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Massachusetts Medical Society's Physician Focus

September 2015

Breast Cancer:
Risks, Screening, Prevention


  • Next to skin cancer, breast cancer is the most common cancer among American women. More than 230,000 new cases will be diagnosed this year.
  • About 1 in 8 women in the U.S., or 12 percent of females, will develop invasive breast cancer in their lifetime, and three out of four will develop it after age 50.
  • Death rates from breast cancer have been declining due to better treatment, and today there are nearly three million breast cancer survivors in the U.S.

A common theme in discussing breast cancer is ‘one in eight’ – indicating that the disease will strike one in eight women in the United States. But what does ‘one in eight’ actually mean?

“One in eight does not mean death from breast cancer,” says Nadine Tung, M.D., Director of the Cancer Genetics and Prevention Program of The Cancer Center at Beth Israel Deaconess Medical Center in Boston.

While one in eight women may develop the disease in their lifetime, Dr. Tung offers a positive approach, saying that “breast cancer is one of those cancers that our expectation for the vast majority is cure.”

Her BIDMC colleague Gerburg Wulf, M.D., a medical oncologist and researcher, adds perspective: “Early stage breast cancer is frequently much more curable than hypertension or diabetes. It’s a condition that can be diagnosed, be dealt with, and the woman can move on and live a healthy life in the majority of cases.”

As guests on the September edition of Physician Focus with the Massachusetts Medical Society, Dr. Tung and Dr. Wulf discuss a wide range of topics about breast cancer: risk factors, screenings and treatments, mammography, mastectomy, and preventive steps that women can take to reduce their risk. Hosting this program is Dale Magee, M.D., a past president of the Massachusetts Medical Society. What follows are excerpts from the conversation.

Breast cancer may be a common disease, but the physicians point out that it’s not a single disease. Some cancers are more aggressive, some less so, and many tools are available to understand how much of a risk the patient faces with breast cancer.

“Treatment starts with the mammogram,” says Dr. Wulf. “For most women the treatment is surgery, to have the cancer removed. After the surgery, we know what kind of tumor it was, how large it was, and if the cancer has spread to the lymph nodes.” That information, she says, helps the physician make decisions about additional medical treatments, such as radiation, chemotherapy, or medication, which will minimize the risk of the cancer returning.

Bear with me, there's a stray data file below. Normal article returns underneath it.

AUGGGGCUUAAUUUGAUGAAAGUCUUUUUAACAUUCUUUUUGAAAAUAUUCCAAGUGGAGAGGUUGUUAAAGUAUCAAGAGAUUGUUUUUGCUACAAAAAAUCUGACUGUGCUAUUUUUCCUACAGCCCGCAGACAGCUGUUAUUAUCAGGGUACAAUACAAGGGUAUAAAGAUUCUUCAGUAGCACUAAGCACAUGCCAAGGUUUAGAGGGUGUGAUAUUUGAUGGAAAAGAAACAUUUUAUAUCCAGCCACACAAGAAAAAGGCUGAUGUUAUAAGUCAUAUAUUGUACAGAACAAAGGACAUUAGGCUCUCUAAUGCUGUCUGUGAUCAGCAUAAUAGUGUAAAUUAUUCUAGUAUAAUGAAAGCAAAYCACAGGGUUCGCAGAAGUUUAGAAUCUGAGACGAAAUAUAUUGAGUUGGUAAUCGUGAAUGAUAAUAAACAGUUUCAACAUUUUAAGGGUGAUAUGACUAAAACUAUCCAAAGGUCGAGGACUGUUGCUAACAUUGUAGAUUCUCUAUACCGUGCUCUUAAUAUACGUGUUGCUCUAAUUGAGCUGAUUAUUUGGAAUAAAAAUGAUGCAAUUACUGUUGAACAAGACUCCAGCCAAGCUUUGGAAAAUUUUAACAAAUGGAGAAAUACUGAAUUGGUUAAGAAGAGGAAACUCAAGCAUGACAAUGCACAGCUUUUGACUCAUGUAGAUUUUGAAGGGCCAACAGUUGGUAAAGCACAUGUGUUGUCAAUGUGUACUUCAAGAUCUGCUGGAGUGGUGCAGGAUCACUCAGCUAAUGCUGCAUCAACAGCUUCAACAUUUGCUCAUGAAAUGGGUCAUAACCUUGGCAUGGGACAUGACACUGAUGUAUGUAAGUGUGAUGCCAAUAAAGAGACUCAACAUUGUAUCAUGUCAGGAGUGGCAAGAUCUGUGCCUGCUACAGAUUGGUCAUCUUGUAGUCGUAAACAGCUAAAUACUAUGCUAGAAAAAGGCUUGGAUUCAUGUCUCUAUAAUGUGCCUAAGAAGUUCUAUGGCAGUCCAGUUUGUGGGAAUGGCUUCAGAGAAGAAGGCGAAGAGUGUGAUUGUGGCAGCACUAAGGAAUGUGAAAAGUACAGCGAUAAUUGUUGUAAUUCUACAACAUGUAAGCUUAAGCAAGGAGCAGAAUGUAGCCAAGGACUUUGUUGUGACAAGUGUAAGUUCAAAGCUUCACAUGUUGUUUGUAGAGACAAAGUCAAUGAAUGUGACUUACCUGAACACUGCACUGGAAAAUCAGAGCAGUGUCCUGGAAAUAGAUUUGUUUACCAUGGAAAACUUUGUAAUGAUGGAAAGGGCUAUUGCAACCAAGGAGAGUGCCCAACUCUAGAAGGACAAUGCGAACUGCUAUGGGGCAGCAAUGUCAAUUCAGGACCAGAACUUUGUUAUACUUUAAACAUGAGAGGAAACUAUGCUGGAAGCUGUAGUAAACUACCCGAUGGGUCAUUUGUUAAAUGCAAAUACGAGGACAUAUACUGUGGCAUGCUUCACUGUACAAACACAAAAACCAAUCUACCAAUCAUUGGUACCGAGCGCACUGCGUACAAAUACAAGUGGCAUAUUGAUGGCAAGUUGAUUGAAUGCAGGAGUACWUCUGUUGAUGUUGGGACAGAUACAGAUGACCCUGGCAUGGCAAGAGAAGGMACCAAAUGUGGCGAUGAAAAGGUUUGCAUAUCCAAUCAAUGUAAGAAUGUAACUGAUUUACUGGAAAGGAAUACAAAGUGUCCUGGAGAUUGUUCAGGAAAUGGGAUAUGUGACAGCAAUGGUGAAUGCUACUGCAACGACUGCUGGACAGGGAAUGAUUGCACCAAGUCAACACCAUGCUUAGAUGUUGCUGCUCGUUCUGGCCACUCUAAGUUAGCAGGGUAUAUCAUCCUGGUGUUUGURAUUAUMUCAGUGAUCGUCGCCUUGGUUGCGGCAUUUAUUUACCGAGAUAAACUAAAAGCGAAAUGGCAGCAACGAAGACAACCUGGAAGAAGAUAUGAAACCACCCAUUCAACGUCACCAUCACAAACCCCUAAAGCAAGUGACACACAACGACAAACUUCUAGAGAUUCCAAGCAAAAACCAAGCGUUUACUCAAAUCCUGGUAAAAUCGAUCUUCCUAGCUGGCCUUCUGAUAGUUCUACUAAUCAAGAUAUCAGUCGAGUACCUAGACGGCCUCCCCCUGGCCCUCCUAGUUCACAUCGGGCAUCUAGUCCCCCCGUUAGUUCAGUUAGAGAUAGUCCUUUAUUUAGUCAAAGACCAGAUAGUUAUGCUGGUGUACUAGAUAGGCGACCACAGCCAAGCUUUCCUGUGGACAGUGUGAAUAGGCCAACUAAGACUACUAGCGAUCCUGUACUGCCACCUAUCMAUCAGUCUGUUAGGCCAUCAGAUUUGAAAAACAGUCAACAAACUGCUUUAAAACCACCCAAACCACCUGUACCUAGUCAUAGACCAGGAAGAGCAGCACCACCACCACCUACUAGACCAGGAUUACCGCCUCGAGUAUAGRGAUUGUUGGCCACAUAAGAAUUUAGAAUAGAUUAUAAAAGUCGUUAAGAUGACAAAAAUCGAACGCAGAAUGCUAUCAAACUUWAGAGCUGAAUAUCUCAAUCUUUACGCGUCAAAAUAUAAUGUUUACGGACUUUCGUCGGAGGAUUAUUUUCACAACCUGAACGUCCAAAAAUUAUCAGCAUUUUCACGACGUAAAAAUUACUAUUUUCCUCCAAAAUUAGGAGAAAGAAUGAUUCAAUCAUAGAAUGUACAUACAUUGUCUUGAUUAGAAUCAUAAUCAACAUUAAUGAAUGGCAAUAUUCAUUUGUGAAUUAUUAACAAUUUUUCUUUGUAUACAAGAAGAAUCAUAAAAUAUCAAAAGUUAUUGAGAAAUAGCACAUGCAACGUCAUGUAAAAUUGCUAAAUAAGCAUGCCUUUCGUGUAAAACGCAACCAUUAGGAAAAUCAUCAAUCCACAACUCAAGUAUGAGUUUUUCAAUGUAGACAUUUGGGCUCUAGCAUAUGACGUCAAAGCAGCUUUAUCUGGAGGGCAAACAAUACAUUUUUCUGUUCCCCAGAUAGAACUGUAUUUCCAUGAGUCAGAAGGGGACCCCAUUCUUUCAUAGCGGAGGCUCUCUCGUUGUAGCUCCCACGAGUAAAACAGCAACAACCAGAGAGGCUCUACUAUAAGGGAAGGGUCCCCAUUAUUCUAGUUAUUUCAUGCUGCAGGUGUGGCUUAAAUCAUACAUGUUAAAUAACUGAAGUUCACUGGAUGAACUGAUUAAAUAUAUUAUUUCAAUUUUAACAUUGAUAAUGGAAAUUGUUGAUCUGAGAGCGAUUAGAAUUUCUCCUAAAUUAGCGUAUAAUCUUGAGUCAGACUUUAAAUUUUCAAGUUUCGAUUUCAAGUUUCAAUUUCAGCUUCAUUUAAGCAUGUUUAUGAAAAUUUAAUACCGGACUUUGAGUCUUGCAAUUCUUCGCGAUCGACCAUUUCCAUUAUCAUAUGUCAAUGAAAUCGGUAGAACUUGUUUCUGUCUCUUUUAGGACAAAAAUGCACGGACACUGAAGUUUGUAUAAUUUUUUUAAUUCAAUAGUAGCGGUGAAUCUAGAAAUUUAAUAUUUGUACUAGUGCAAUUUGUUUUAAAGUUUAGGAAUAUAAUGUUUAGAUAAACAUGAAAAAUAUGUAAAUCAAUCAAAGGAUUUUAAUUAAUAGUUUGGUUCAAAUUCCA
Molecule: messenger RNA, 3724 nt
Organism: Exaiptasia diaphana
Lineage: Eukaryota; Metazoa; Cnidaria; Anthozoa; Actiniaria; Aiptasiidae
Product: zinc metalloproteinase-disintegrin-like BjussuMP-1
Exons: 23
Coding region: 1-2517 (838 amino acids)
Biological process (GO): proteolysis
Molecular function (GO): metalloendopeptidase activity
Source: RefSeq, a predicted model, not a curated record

Mammography has been the standard of preventive care for years, but differing opinions among health professionals about its effectiveness have raised some concern and confusion. Despite its limitations, Dr. Tung says it remains the only screening tool that has been proven to decrease death from breast cancer.

Mastectomy is another option for women to consider as part of treatment, but “should be the exception” says Dr. Tung. “Allowing a woman to keep her breast is really the goal. Studies involving thousands of women who have participated in research have demonstrated that the survival rates [comparing those who have mastectomies versus those who don’t] are the same.”

One message that consistently comes through in the physicians’ discussion is that much progress has occurred in recent years in the diagnosis and treatment of breast cancer – and that has led to better outcomes.

“We used to rely on just how it looked under the microscope,” says Dr. Tung. “Now physicians can take a piece of the tumor and analyze its structure, and that directs how physicians can treat the patient with personalized medicine. Special treatments and personalized medicine have improved the treatments and cure rates for breast cancer,” she says.

Adds Dr. Wulf: “It is an obstacle than can be overcome. The prognosis is overwhelmingly good for the vast majority of women who are getting diagnosed with early stage breast cancer.”

Watch the above video for the complete discussion, including conversation on the controversy over mammograms and their effectiveness; the differences between mammograms and MRIs as screening tools; who should undergo genetic testing; who should consider preventive mastectomies; the relationship between breast cancer, birth control pills, and hormone replacement therapy; and three key lifestyle issues that can reduce a woman’s risk of breast cancer.

MMS/Richard Gulla

American Cancer Society

National Cancer Institute

Beth Israel Deaconess Medical Center Cancer Center

"Breast Cancer" PSA

From left, Dale Magee, M.D., Gerburg Wulf, M.D., Nadine Tung, M.D.
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